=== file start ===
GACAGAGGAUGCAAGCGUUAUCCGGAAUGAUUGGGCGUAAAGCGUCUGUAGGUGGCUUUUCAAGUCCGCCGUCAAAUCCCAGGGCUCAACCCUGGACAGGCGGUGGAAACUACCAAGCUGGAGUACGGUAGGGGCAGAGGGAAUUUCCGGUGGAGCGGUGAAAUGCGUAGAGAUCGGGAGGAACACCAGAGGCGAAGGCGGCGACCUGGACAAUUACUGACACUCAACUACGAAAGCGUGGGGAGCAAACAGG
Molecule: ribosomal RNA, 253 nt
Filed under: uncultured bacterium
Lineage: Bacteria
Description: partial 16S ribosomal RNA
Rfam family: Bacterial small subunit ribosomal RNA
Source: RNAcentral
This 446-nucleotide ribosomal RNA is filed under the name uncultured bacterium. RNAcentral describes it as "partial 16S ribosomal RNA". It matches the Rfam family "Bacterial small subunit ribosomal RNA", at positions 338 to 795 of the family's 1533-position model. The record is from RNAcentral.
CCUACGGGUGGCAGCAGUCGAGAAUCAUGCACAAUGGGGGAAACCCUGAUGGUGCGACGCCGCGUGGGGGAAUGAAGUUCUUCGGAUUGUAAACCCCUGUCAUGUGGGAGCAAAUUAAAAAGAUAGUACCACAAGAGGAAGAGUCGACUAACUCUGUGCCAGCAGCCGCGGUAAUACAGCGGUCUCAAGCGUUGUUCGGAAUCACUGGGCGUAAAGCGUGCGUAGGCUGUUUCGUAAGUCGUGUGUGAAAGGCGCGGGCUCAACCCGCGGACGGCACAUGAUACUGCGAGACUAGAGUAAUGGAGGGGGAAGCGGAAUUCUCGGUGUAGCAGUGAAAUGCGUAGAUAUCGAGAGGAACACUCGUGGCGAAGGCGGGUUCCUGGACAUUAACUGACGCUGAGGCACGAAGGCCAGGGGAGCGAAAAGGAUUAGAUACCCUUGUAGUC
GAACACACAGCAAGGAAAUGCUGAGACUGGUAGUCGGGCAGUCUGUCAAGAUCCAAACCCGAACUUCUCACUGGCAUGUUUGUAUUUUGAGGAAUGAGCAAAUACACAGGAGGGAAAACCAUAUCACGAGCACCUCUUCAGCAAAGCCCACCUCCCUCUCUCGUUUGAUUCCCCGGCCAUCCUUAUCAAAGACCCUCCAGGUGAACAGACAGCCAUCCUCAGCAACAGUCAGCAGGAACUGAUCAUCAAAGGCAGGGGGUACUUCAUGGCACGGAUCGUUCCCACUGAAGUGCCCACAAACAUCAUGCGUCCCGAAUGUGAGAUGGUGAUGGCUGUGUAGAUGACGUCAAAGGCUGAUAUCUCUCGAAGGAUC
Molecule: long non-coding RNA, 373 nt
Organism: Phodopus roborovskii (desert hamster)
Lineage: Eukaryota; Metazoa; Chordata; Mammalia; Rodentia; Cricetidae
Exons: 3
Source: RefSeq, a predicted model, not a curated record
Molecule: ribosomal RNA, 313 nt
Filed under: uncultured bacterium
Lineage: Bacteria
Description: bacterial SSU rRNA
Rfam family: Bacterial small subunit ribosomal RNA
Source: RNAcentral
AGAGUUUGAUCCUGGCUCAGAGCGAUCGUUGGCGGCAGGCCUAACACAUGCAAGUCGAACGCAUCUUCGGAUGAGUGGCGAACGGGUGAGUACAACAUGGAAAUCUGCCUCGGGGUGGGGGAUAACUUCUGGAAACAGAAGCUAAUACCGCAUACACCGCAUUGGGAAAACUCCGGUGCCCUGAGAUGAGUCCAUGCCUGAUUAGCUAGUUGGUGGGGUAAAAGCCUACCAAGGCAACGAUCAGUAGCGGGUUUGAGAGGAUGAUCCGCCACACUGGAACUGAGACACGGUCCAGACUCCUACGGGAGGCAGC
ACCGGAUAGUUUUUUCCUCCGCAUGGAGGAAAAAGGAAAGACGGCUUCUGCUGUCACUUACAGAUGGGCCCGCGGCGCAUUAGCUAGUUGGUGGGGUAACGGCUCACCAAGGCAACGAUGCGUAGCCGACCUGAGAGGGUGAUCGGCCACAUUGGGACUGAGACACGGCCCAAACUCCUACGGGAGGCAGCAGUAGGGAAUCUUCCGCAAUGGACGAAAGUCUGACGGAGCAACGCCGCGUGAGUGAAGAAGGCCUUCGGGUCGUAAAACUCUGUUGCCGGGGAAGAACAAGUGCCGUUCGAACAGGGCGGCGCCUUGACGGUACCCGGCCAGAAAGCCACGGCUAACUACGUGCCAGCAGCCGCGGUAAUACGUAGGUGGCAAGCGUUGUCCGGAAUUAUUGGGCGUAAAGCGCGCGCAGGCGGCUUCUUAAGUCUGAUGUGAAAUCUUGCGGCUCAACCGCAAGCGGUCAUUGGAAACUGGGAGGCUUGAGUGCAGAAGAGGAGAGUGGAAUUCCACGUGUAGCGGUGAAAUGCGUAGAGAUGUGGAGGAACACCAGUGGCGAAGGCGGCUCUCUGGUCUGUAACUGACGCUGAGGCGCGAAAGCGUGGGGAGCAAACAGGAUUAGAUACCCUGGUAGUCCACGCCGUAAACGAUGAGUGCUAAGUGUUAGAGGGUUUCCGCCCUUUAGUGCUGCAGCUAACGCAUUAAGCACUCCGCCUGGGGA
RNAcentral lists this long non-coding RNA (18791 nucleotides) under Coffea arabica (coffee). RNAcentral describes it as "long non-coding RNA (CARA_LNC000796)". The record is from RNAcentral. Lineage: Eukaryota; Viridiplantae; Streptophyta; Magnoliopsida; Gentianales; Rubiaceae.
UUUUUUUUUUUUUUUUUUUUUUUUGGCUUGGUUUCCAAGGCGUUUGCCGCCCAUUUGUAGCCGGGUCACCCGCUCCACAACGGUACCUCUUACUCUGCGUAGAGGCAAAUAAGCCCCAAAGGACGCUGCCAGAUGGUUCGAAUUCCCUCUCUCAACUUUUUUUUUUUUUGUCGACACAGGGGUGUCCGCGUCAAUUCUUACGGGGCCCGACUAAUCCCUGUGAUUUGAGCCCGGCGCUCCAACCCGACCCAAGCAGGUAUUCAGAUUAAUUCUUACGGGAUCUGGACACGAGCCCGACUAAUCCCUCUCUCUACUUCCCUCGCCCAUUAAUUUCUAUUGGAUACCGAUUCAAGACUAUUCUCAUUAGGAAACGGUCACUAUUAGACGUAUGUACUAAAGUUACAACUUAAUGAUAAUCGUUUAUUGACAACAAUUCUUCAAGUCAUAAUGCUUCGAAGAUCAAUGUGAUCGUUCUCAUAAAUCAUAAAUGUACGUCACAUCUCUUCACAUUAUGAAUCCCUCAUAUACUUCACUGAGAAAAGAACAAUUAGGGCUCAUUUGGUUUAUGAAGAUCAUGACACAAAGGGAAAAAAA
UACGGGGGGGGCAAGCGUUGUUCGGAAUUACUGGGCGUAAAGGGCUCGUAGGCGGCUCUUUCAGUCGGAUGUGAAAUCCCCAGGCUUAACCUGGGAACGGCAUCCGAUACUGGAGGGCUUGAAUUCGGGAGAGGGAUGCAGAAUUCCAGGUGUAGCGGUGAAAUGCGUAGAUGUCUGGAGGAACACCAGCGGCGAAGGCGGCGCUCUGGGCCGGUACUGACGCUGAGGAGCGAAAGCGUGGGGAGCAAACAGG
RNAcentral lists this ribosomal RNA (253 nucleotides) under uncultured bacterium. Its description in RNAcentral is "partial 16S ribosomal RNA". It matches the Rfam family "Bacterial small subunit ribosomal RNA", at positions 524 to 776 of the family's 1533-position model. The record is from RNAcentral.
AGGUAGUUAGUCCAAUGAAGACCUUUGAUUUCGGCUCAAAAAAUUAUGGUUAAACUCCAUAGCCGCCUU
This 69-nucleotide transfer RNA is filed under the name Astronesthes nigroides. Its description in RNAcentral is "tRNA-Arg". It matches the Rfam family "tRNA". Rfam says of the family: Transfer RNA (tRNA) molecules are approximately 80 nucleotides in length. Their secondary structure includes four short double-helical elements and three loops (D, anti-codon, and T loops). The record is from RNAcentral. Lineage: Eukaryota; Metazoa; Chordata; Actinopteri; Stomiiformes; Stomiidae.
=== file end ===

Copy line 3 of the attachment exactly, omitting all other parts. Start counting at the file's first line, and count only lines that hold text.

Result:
Filed under: uncultured bacterium